A comparison of competencies between problem-based learning and non–problem-based learning program nursing graduates

Journal of Nursing & Care

ISSN: 2167-1168

Open Access

A comparison of competencies between problem-based learning and non–problem-based learning program nursing graduates

19th Global Nursing Education Conference

April 27-28, 2017 Las Vegas, USA

Harrison Applin

Northern Lakes College, Canada

Posters & Accepted Abstracts: J Nurs Care

Abstract :

Nursing-graduate competence is necessary to ensure safe, ethical, and legal practice. Methods such as problem-based learning (PBL) and nonâ??problem-based learning (NPBL) are used in nursing education to bridge the gap between theory and practice and improve graduate competence. The objective of this research was to compare the differences in competence between graduates from a PBL nursing program and those from an NPBL nursing program. This study involved a convenience sample of 121 nursing graduates in Alberta, Canada, who had been practicing for at least six months in a graduate role and whose nursing program utilized a PBL or an NPBL curriculum. The data-collection instruments included self-reports, and the data analysis involved descriptive statistics (mean, mode, and median) and inferential statistical tests (t tests and ANOVA) to determine the differences in the two groupsâ?? mean scores. There was no statistical significance in the mean scores between the two groups, which indicates no difference in entry-to-practice competency preparation after the completion of a four-year nursing program. The teaching method may be perceived as an important variable for change and support for the graduateâ??s competence. However this study indicates no difference between PBL and NPBL course-delivery methods. The significant finding is that all four-year nursing programs in Alberta that use PBL or NPBL support CARNAâ??s entry-to-practice competencies. The graduates were asked how their nursing program prepared them to meet the competencies listed in the questionnaire, and the following themes emerged from the data: PBL-critical thinking, evidence-based practice, competencies as evaluation tools, self-directedness, teamwork, and NPBL-clinical practice, competencies as evaluation tools, and critical thinking. The graduates were also asked to suggest improvements for nursing programs to better prepare graduates to meet the entry-to-practice competencies. The following themes emerged from the data: PBL-increased clinical time, and combined PBL and NPBL teaching and learning methods, and NPBL-more clinical times and discussion of more real-life scenarios in the classroom.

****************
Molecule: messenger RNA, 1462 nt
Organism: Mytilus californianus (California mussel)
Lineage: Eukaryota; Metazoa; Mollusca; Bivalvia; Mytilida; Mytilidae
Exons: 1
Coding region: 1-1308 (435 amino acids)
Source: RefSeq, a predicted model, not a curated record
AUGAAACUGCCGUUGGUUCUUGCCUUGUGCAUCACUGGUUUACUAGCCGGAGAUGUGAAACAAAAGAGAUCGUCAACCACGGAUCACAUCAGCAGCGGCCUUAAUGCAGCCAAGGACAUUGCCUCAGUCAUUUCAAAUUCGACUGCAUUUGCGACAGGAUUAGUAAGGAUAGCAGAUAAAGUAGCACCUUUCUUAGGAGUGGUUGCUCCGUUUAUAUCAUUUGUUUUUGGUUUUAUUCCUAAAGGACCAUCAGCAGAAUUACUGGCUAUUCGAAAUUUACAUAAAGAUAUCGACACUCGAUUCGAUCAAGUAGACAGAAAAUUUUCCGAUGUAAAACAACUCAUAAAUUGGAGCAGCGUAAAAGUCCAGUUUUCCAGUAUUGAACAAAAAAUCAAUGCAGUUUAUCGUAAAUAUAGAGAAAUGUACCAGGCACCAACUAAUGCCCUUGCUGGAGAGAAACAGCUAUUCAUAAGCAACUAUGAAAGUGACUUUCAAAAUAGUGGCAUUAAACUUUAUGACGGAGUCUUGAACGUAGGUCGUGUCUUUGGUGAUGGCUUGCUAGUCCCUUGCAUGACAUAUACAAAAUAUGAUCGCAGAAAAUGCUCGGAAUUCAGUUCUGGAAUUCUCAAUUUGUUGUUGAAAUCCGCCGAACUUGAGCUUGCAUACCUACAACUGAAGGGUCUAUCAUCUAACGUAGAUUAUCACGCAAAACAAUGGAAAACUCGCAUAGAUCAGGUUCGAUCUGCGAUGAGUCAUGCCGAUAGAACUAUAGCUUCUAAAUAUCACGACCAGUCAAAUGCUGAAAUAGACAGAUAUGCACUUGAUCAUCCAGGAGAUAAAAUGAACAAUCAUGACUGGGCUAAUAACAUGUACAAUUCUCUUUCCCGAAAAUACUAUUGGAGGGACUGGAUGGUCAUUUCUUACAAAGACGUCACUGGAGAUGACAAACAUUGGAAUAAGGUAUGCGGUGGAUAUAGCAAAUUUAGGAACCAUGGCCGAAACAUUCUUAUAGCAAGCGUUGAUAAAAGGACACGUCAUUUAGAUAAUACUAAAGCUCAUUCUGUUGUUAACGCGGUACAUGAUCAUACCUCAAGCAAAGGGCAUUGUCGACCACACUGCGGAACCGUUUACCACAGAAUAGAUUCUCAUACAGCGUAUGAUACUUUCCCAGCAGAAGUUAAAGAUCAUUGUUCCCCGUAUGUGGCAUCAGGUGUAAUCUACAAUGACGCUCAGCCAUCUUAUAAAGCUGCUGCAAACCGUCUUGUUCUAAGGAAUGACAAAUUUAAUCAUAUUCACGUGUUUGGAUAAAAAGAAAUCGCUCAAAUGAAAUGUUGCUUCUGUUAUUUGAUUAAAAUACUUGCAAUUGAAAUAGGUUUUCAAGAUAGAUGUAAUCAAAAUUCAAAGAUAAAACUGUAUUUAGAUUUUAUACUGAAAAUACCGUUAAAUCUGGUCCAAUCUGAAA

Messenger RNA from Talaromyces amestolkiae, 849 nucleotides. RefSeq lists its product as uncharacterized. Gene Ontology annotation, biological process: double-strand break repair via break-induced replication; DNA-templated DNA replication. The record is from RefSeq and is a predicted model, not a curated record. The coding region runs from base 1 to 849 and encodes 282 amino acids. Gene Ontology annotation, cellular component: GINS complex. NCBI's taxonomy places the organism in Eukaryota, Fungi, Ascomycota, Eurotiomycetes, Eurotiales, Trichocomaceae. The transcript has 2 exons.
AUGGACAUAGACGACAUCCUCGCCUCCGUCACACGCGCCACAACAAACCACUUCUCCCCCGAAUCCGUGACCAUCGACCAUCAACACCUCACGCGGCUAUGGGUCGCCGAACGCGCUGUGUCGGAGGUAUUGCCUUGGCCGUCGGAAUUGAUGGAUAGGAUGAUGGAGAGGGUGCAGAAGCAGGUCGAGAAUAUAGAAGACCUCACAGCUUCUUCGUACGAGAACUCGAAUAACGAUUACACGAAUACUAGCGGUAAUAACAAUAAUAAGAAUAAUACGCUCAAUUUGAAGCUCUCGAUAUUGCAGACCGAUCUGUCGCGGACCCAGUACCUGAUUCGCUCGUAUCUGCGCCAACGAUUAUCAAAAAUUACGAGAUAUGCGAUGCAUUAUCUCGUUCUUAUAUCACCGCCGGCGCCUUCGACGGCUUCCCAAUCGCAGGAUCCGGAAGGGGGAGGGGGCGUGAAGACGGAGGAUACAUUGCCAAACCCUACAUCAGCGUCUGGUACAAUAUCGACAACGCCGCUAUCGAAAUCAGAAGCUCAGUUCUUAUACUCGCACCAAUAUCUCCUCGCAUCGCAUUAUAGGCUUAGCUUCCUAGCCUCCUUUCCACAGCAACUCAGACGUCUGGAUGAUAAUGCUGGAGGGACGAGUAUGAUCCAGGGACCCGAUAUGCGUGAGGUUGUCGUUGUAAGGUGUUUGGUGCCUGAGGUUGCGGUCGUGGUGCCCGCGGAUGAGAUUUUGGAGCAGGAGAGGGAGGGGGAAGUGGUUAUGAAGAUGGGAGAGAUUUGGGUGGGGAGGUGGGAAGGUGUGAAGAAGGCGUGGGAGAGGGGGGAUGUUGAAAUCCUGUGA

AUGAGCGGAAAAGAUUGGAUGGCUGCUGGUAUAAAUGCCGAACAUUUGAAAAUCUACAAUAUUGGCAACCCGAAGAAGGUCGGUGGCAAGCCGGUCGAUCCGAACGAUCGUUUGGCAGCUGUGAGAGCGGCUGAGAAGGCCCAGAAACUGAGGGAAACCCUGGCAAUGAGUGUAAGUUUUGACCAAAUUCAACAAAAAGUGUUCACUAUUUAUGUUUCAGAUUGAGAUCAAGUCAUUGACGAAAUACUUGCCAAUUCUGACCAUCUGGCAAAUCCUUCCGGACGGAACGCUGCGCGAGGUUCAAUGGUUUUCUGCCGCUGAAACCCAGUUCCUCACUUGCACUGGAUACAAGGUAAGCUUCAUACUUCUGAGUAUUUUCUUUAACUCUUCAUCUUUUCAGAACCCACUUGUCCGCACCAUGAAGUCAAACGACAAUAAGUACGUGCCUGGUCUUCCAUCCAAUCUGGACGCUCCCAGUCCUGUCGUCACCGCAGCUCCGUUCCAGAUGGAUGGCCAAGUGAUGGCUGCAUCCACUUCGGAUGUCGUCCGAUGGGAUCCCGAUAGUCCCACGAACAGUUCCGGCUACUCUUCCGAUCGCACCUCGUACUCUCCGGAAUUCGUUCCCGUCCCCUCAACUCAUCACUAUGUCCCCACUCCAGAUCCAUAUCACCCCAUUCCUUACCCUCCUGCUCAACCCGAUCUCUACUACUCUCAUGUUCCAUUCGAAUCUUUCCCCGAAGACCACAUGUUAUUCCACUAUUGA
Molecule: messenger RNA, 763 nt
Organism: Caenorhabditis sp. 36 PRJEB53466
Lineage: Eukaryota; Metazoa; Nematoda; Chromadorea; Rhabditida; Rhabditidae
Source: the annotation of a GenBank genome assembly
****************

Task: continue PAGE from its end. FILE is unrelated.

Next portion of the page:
Biography :


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